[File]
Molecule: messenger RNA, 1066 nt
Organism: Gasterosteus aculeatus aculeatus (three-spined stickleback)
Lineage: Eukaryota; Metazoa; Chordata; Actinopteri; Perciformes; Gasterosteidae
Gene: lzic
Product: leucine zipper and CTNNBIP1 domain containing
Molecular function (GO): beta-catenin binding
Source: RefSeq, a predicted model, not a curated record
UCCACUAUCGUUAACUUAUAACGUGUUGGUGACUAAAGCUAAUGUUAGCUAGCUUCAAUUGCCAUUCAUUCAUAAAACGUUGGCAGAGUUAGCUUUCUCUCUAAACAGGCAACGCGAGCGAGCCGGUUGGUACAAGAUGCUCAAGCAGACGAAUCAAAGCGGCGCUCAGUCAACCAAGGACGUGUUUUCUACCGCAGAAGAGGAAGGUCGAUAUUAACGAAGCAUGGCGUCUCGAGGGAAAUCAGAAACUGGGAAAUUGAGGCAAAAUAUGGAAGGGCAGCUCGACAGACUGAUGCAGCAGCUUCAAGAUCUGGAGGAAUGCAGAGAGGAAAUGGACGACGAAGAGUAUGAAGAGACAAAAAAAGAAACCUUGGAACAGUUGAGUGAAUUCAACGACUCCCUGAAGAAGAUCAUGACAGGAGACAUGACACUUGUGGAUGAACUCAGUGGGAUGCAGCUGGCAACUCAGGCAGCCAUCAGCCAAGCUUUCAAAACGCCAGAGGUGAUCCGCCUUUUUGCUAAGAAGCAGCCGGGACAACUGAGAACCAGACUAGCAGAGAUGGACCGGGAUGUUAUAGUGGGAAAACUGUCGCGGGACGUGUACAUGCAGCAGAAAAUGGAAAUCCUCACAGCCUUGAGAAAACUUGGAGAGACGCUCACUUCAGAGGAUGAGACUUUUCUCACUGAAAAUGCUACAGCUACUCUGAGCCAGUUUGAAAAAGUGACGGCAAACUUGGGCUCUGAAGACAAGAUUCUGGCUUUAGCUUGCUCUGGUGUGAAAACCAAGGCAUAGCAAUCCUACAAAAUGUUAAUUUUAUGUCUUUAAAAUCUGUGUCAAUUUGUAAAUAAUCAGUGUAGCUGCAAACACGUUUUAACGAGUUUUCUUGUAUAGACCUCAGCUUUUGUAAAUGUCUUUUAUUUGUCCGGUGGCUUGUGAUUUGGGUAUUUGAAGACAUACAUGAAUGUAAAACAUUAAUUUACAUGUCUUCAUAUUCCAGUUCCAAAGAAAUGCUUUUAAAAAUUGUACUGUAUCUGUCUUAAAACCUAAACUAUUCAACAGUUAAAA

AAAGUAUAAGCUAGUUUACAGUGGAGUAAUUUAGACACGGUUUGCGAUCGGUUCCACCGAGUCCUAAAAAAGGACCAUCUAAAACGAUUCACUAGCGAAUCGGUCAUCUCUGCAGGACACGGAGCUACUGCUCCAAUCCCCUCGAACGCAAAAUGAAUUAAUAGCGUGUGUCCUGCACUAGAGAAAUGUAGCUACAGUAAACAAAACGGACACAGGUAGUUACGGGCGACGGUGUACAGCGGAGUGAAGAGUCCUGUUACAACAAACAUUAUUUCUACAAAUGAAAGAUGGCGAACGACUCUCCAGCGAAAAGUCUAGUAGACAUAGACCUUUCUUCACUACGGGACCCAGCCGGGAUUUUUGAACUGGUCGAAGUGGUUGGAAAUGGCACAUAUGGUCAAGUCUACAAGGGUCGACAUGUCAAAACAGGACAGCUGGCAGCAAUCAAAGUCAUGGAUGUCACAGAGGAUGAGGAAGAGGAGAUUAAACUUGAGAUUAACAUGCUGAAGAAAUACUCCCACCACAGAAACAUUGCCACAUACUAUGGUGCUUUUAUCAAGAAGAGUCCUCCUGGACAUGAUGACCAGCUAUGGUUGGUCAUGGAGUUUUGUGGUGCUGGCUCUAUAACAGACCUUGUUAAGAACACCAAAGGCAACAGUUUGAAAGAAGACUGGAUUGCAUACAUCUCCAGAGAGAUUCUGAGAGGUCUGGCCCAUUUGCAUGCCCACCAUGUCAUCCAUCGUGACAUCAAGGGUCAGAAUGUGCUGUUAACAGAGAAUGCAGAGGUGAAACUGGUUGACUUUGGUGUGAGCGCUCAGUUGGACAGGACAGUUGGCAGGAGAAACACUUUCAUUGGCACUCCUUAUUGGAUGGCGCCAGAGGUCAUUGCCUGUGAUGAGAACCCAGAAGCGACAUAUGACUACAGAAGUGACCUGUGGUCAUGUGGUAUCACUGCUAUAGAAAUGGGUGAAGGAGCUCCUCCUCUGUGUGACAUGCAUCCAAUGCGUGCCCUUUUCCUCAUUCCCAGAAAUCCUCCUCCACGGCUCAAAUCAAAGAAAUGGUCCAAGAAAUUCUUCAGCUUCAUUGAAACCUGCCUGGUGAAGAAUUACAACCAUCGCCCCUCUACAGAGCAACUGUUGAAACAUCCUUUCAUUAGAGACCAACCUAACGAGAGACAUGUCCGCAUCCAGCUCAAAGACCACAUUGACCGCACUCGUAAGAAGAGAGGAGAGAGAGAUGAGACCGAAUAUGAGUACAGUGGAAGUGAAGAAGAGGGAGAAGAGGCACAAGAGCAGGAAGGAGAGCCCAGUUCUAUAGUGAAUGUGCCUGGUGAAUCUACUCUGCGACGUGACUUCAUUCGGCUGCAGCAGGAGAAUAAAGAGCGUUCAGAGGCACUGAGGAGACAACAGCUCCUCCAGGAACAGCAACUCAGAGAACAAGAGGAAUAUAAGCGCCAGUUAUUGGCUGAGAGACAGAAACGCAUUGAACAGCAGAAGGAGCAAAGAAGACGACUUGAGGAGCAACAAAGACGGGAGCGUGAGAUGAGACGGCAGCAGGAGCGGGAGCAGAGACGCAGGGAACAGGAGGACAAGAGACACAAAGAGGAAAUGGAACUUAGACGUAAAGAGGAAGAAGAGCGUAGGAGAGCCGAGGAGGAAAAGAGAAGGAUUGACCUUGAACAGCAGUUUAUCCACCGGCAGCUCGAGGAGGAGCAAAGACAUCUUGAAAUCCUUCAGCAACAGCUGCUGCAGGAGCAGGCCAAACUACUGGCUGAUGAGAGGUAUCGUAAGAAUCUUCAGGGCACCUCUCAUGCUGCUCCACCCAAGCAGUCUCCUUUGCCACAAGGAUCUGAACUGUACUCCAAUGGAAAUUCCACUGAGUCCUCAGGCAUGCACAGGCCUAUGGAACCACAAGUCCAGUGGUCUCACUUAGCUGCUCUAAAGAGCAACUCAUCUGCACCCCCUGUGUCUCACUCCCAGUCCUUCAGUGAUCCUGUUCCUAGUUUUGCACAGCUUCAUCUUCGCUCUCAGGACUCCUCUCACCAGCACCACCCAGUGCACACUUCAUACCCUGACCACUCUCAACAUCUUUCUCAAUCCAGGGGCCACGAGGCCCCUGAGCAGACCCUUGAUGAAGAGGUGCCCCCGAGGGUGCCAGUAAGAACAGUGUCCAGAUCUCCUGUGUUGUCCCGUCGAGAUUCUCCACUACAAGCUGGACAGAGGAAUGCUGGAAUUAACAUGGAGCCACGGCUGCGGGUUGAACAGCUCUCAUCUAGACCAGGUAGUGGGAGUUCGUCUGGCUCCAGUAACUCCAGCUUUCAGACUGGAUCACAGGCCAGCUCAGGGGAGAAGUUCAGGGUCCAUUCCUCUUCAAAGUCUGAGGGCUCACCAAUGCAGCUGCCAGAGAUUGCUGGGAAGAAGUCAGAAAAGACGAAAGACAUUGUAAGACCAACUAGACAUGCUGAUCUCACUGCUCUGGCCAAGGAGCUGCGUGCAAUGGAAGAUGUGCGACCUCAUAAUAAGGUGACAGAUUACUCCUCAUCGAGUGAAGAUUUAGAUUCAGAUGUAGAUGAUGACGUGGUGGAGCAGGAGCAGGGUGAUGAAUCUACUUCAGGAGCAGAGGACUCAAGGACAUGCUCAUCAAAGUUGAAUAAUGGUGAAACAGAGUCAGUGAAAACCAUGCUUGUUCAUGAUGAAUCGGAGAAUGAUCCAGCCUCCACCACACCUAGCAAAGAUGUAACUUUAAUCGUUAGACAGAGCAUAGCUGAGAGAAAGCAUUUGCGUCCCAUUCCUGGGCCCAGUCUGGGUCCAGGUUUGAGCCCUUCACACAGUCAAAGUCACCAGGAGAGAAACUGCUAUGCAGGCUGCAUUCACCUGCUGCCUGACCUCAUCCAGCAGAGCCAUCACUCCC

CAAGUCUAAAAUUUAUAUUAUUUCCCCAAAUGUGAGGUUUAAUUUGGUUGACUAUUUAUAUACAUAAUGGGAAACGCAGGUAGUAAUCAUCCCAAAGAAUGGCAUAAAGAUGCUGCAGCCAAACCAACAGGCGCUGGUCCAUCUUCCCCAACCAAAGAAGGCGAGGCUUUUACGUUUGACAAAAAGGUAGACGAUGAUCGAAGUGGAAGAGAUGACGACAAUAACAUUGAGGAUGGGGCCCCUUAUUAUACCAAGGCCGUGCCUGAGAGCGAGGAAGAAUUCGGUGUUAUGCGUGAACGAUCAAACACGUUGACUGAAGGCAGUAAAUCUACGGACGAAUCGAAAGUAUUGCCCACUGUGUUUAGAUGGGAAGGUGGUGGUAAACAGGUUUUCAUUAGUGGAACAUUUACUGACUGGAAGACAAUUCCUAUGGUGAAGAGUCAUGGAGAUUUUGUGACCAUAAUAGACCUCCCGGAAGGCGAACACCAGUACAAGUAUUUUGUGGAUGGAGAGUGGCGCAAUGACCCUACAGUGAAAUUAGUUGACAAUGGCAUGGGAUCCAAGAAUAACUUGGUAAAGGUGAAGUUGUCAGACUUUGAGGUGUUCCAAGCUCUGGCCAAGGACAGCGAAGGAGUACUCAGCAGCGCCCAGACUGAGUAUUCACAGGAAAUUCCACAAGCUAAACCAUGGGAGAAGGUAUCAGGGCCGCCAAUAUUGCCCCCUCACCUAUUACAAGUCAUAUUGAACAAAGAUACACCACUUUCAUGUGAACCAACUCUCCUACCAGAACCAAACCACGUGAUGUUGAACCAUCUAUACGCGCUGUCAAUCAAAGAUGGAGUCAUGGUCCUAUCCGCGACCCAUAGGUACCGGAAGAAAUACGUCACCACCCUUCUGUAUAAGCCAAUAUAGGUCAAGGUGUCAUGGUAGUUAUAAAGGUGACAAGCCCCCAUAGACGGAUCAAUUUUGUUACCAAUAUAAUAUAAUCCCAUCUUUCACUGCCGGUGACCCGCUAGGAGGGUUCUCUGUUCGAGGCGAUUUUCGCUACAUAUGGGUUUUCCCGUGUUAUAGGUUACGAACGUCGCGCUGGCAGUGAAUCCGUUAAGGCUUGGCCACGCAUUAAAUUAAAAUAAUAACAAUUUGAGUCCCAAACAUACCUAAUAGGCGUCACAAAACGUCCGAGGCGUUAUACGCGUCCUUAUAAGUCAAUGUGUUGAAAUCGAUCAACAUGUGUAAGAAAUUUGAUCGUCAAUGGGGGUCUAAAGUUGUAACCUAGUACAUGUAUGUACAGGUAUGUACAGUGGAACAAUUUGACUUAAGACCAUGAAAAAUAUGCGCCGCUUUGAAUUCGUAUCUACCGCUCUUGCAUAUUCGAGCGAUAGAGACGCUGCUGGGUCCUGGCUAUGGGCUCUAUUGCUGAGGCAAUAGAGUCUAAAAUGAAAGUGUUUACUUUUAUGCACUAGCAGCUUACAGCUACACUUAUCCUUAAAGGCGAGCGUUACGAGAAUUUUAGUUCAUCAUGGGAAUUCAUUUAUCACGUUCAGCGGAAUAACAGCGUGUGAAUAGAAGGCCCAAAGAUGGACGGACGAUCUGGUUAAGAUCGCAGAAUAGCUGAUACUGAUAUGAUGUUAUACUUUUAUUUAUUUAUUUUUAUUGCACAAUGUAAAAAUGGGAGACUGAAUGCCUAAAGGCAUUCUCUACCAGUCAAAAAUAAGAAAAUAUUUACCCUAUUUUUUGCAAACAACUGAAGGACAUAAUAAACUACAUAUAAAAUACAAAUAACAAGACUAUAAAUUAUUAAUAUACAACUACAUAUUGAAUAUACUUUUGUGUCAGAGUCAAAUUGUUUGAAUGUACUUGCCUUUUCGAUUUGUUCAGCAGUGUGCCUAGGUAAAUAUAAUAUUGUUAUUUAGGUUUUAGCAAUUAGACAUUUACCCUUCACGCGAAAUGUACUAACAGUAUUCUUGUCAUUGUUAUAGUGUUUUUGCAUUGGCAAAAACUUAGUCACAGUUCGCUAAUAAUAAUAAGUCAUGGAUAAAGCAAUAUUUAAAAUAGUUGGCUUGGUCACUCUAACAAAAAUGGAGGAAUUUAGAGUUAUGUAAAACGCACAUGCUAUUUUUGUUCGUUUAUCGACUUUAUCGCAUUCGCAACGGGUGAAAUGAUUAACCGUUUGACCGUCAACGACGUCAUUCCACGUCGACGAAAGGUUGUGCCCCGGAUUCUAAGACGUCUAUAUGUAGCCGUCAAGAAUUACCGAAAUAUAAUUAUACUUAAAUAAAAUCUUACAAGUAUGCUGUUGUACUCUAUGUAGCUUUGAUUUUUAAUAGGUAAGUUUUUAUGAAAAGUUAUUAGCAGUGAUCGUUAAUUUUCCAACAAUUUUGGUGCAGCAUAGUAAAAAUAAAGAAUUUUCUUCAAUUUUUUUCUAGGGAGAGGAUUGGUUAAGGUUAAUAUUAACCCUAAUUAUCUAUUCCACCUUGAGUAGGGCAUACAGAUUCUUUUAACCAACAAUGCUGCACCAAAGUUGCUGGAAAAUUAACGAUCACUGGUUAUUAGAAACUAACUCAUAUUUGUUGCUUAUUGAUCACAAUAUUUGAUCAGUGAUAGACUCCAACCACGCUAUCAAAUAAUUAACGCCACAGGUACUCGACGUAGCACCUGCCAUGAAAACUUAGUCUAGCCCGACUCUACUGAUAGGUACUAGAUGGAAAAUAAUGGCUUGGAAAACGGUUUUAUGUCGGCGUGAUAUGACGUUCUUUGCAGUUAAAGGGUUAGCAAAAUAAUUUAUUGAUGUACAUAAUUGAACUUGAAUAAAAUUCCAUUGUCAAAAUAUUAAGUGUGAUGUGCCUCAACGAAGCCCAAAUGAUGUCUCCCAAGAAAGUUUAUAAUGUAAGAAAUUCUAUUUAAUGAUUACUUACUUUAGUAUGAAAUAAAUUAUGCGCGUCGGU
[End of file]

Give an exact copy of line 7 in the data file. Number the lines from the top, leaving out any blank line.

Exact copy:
Source: RefSeq, a predicted model, not a curated record